Hog futures supported by strong export sales

Market News

Hog futures supported by strong export sales

At the Chicago Mercantile Exchange, live and feeder cattle closed mostly higher, with boxed beef higher at midday.  February live cattle closed $.47 higher at $137.05 and April live cattle closed $.02 higher at $140.95.  January feeder cattle closed $.85 lower at $162.57 and March feeder cattle closed $.15 lower at $164.32. 

It was a relatively quiet Thursday for direct cash cattle trade activity.  With a handful of deals reported anywhere from $134 to $138, mostly $136 to $138, $3 to $4 lower than last week’s weighted averages.    With the light trade volumes so far this week, more business is expected before the end of the day Friday.  So far this week, Southern live deals have had a range of $134 to $138, mostly $137 to $138, which is $2 to $3 lower than last week’s weighted averages.  Northern dressed trade has had a range of $216 to $220, mostly $218, $2 lower than the previous week’s weighted average basis in Nebraska. 

At the Huss Livestock Market in Nebraska, compared to last week steers under 700 pounds sold steady to $5 lower and steers over 700 pounds were $1 to $4 higher.  Heifers under 650 pounds were $1 to $4 higher, over 650 pounds were $1 to $3 lower.  The USDA says demand was moderate to good.  Receipts were upon the week, but down on the year.  Feeder supply included 62% steers and 71% of the offering was over 600 pounds.  Medium and Large 1 feeder steers 652 to 699 pounds brought $167.50 to $177.75 and feeder steers 754 to 788 pounds brought $163 to $174.  Medium and Large 1 feeder heifers 653 to 687 pounds brought $151.50 to $164.25 and feeder heifers 702 to 747 pounds brought $150.50 to $160. 

Boxed beef closed higher with good demand for strong offerings.  Choice closed $2.71 higher at $262.97 and Select closed $.69 higher at $248.14.  The Choice/Select spread is $14.83.  Estimated cattle slaughter is 122,000 head – even on the week and up 9,000 on the year. Wednesday’s hog slaughter has been revised to 113,000 head.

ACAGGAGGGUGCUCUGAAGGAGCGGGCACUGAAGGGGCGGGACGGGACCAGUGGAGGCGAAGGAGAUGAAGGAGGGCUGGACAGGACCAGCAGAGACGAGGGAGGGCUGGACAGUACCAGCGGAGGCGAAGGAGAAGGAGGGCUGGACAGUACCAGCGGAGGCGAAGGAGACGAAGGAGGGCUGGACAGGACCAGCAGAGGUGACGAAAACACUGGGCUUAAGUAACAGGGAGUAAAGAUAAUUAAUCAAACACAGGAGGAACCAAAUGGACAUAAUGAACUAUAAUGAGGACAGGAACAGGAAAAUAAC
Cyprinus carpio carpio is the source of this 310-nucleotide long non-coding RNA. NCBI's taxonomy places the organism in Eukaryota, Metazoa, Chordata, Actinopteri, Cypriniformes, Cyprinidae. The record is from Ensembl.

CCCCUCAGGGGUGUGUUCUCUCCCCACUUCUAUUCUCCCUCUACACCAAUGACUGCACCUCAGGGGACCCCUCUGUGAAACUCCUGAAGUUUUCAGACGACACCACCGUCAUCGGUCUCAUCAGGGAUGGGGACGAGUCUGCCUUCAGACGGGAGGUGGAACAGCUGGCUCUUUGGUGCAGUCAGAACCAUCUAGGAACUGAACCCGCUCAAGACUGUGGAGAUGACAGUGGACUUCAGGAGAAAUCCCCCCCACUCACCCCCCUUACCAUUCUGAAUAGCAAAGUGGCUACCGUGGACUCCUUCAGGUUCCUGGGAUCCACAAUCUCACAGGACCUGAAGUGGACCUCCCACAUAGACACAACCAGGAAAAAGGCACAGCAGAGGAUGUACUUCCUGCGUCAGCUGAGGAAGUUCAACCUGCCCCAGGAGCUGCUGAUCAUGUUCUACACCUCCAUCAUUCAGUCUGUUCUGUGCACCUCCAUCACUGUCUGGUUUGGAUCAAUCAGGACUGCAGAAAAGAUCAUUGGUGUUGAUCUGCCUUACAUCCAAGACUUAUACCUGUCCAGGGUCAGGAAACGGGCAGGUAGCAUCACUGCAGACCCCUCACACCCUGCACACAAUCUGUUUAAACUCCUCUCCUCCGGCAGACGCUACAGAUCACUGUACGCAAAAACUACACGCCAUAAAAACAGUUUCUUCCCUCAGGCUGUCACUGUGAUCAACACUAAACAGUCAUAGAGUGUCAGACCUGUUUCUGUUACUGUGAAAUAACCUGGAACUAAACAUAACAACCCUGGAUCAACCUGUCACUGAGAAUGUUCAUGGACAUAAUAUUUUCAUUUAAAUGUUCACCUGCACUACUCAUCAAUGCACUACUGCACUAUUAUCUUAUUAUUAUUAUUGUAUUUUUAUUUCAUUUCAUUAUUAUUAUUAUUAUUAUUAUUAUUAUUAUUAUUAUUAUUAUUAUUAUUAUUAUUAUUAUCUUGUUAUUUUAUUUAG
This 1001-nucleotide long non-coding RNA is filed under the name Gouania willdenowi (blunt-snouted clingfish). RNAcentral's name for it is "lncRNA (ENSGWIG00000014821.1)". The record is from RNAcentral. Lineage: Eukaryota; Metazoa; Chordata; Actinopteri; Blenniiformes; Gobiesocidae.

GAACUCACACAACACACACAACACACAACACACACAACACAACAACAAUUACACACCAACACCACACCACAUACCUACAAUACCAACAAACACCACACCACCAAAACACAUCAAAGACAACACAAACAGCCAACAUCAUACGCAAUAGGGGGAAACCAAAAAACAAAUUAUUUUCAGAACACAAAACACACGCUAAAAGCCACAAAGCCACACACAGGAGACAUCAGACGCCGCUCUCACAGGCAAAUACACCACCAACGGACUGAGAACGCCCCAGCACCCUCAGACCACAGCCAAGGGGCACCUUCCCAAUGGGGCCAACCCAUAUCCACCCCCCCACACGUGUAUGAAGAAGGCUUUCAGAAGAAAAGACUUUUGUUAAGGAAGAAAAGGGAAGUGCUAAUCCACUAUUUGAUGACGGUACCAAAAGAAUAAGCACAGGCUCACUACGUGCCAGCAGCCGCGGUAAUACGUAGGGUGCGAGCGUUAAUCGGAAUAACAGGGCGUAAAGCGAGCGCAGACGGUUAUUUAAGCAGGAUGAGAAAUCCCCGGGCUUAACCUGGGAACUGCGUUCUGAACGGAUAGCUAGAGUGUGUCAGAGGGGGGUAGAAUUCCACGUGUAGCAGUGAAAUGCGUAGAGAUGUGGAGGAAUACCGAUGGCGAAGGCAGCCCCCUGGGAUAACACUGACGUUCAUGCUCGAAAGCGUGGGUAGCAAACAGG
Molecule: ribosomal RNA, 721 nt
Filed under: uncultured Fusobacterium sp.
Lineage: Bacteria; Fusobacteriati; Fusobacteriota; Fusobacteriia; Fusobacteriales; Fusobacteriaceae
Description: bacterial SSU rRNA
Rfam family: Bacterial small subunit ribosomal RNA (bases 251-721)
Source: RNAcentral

Lean hog futures closed higher, supported by cash and wholesale business, along with the weekly export sales total.  February lean hogs closed $1.02 higher at $80.35 and April lean hogs closed $.67 higher at $84.87. 

Cash hogs closed lower with a fairly light negotiated run. Processors backed off a little bit after bidding up most of this week to move their desired numbers, likely ahead of next week’s holiday-shortened week.  The industry is also looking ahead to next week’s Quarterly Hogs and Pigs report from the USDA.  Demand for US pork on the global market has been strong, and while that is expected to continue, some long-term demand concerns persist, which adds some pressure to the market. Barrows and gilts at the National Daily Direct closed $.98 lower with a base range of $56 to $66 and a weighted average of $60.09; the Iowa/Minnesota had a weighted average of $63.13; the Western Corn Belt both had a weighted average of $63.22.  Prices at the Eastern Corn Belt were not reported due to confidentiality. 

Butcher hog prices at the Midwest cash markets are steady in Dorchester, Wisconsin at $50 and in Red Oak, Iowa at $42. 

Pork values closed higher – up $3.66 at $91.49.  Hams, picnics, and butts were sharply higher.  Loins and ribs were higher.  Bellies were sharply lower. Estimated hog slaughter is 463,000 head – down 10,000 on the week and down 6,000 on the year.  Wednesday’s hog slaughter has been revised to 437,000 head. 

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